Open Tree of Life

Open Tree of Life aims to construct a comprehensive, dynamic and digitally-available tree of life by synthesizing published phylogenetic trees along with taxonomic data. The project is a collaborative effort between 11 PIs across 10 institutions. Funding is from NSF AVAToL #1208809.

Browse the tree and leave feedback: Click on nodes to move through the tree, and click on nodes or edges to see more information about taxonomies and phylogenies that contain / support that node. If you have feedback about the relationships that you see, use the "Add Comment" button.

Contribute data: You can contribute to the synthetic tree by uploading trees through our curation interface. These can be trees from TreeBASE or trees uploaded from your computer. There will be a delay before uploaded trees appear in the synthetic tree. Up to summer 2015, the release cycle has been months between new versions of the synthetic tree, but this should shorten in the future.

Contact us using one of the methods on the Contact page.

Cite the Open Tree of Life: Hinchliff, Cody E., et al. "Synthesis of phylogeny and taxonomy into a comprehensive tree of life." Proceedings of the National Academy of Sciences 112.41 (2015): 12764-12769. +

Postdocs & students
Joseph Brown
Ruchi Chaudhary
Lyndon M. Coghill
Jiabin Deng
Bryan Drew
Romina Gazis
Jessica Grant
Cody Hinchliff
Dail Laughinghouse
Emily Jane McTavish
Chris Owen
Ben Redelings
Jim Allman
Joseph Brown
Karen Cranston
Cody Hinchliff
Mark Holder
Jonathan Leto
Emily McTavish
Peter Midford
Ben Redelings
Richard Ree
Jonathan Rees
Stephen Smith
Principal investigators
Gordon Burleigh
Keith Crandall
Karen Cranston
Karl Gude
David Hibbett
Mark Holder
Laura Katz
Richard Ree
Stephen Smith
Doug Soltis
Tiffani Williams


  • opentreeoflife vs. onezoomon GitHub

    I am writing a book about evolution and I see there is two life trees, opentreeoflife and onezoom. They differ in many places. Is there a reason why? - or is one of them not updated with the latest news? Please answer. Kind regards Aage Nicolaisen Silkeborg, Denmark

    • Yes. We got that email too. I'll answer and post here too.

    • This is what I've replied to Aage. Do add other comments if you have any.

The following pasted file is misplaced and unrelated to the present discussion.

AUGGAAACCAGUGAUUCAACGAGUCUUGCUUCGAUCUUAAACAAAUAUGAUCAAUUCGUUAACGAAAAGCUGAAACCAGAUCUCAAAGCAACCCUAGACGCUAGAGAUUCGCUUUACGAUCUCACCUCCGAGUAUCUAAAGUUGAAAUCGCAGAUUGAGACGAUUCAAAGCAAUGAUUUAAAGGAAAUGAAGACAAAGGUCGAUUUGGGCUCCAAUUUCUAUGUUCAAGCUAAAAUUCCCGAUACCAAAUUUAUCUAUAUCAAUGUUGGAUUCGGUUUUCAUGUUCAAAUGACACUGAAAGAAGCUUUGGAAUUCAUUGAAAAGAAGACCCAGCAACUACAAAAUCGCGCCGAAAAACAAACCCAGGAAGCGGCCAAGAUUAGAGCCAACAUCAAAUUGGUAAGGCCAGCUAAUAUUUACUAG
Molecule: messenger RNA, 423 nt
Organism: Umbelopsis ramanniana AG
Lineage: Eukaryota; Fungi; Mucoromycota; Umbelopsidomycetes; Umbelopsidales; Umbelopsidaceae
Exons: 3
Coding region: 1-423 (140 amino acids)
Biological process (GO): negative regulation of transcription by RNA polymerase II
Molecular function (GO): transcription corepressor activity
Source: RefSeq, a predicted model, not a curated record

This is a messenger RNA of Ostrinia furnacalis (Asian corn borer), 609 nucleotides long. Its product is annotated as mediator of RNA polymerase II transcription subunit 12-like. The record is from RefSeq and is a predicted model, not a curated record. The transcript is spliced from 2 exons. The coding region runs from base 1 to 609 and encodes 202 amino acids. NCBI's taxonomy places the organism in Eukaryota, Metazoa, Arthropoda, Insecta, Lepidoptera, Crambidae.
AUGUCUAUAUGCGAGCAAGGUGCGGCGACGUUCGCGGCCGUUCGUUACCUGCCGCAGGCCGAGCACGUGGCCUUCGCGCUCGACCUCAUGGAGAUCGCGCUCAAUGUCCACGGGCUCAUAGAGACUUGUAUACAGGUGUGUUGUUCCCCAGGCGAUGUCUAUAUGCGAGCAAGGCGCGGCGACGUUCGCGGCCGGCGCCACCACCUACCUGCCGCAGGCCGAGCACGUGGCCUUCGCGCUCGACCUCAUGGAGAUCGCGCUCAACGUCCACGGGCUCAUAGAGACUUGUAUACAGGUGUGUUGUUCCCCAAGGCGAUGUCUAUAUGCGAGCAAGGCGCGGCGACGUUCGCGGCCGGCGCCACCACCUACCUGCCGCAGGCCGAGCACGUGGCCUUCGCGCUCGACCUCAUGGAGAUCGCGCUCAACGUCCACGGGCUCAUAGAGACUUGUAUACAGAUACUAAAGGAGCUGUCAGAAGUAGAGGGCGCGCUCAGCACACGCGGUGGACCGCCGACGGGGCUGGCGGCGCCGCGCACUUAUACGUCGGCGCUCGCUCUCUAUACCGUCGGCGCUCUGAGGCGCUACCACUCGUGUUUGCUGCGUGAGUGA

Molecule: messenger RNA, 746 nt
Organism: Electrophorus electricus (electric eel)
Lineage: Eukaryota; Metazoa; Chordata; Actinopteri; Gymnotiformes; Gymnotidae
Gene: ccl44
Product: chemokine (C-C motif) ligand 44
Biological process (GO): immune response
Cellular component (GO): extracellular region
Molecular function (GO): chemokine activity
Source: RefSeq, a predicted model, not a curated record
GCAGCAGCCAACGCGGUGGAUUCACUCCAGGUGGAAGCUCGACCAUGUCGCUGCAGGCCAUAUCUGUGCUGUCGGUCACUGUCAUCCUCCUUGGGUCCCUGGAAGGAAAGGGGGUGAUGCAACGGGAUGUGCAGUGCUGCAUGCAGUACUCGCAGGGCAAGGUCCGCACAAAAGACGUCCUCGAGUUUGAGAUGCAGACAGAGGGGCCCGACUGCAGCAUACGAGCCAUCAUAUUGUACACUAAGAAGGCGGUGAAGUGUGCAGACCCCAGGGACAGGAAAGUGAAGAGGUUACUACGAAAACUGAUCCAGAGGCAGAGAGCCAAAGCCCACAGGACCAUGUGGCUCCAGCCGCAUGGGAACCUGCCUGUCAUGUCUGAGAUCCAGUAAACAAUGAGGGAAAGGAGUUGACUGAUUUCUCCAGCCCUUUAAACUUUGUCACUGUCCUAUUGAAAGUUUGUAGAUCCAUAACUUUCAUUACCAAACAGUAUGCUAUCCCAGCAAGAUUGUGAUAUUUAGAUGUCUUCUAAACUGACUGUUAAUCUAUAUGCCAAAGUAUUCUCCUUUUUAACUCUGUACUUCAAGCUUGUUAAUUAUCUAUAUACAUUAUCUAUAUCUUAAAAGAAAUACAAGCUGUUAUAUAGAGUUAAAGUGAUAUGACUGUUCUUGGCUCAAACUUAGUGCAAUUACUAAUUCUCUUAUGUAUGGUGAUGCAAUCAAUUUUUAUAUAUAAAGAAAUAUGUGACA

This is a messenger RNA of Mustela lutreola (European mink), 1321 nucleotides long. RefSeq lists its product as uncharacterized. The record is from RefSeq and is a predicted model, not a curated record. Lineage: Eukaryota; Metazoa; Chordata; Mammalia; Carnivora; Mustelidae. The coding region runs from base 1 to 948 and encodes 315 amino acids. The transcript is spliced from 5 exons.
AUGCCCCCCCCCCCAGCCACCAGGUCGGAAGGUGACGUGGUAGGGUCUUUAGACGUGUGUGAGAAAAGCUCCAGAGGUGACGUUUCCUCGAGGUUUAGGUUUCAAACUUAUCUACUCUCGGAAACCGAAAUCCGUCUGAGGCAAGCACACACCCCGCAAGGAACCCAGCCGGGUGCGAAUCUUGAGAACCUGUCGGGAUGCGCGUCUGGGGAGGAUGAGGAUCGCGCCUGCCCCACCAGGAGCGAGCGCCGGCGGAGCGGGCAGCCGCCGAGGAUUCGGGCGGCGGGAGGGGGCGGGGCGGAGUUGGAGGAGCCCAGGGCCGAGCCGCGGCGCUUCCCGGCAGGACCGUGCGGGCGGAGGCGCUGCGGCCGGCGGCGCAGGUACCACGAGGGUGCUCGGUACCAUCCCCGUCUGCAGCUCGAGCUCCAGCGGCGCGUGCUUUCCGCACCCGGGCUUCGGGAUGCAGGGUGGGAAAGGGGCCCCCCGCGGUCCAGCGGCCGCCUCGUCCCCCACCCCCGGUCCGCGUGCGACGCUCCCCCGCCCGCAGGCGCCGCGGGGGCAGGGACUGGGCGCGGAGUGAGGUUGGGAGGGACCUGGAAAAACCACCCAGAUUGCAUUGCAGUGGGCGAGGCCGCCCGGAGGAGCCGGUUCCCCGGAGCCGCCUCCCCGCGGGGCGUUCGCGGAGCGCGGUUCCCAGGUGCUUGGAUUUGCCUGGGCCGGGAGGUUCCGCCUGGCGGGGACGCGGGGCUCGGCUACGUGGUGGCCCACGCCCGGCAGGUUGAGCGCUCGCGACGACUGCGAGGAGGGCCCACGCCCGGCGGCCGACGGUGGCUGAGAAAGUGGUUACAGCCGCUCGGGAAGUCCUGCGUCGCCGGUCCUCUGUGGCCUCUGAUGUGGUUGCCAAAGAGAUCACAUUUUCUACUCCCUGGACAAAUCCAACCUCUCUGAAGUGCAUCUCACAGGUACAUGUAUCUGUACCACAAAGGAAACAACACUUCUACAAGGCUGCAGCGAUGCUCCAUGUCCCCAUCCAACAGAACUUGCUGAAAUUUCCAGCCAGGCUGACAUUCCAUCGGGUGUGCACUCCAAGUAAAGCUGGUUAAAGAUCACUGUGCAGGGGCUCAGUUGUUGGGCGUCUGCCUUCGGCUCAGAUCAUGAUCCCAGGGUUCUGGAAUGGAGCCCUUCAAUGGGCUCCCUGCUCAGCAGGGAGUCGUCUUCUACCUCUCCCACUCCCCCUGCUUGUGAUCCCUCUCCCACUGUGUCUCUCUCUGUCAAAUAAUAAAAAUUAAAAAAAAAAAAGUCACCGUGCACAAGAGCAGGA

At OneZoom we essentially rely on the OpenTree 'phylogeny' for most of the tree of life, after pruning away subspecies and a few inappropriate taxa like those with ‘.cf’ in their names. The current version of OneZoom uses OpenTree 7, but we are upgrading to OpenTree 9.1 in a few weeks.

      The OneZoom tree, however, does differ from the OpenTree in two major respects:

      (1) the current OneZoom view only displays bifurcations, so where the OpenTree has a multifurcation ('polytomy'), we split the branches at random. Note that in a month or two we will have other views of the tree that retain these polytomies, so this will cease to be a major difference. Also note that the polytomies in the OpenTree are not polytomies in the same sense as those shown in (e.g.) a consensus phylogeny. There has been a recent discussion about this on the OpenTree discussion group (see also

      (2) In some areas of the tree, particularly on the branches that lead to humans, we have used alternative phylogenies culled mostly from single studies and grafted as replacements onto the OpenTree. We have done this so that we can produce dates for influential nodes, and also make informed decisions about resolving polytomies and about some contentious areas of the tree. As an example of the branches that lead to humans, almost all the mammals are taken from the Bininda-Emonds et al. 2007 paper, apart from the marsupials, the base of the afrothere/laurasiathere/xenarthra divergence, some stuff in the laurasiatheres (notorious for polytomies) and the primates (which are from the comprehensive Springer paper). Similarly, I have used bespoke hand-crafted backbones for some of the squamates, the sharks and rays (which are pretty messed up in OpenTree), among the Lophotrochozoa, and at the higher level at the base of the Eukaryotes. I have also gone with the (increasingly supported) ‘2 domain’ hypothesis which puts some Archaea as closer relatives of Eukaryotes than others. This is not yet something that has been incorporated into the OpenTree.

      Mostly, the bespoke studies used by OneZoom are represented in the OpenTree, but may conflict with other studies, so our choice to go with one particular phylogeny implies that we place more scientific trust in that study than in others. For example, there have been a number of studies which claim that ctenophores are the basal animal group, and this is reflected in the OpenTree. However, most experts in deep animal evolution still disagree with this (as do I, and as is also shown by some studies just published this year). So after consultation with various experts I have decided to ignore the studies which show the earliest animal divergence being between the ctenophores and everything else. This is purely a matter of which data you choose to believe (I think that the ctenophore studies suffer from extensive LBA artifacts).

      For more details, the (extensive) list of studies I have used to resolve OpenTree polytomies can be found by selecting "data sources" from within the OneZoom viewer.

      I’d be interested to know which areas of the tree you think are most divergent between OneZoom and the OpenTree - if you would like to point some out, I can explain why this might be in each case.

    • @opentreeapi you might want to comment on what OpenTree is likely to do about potential Archaeal paraphyly?

    • After a bit of email discussion, it seems like Aage is particularly interested in carnivores. So I'm wondering why the trees in have not been included in synthesis.

    • I have pointed Aage at the carnivore super tree study, and that seemed to be satisfactory, so this can be closed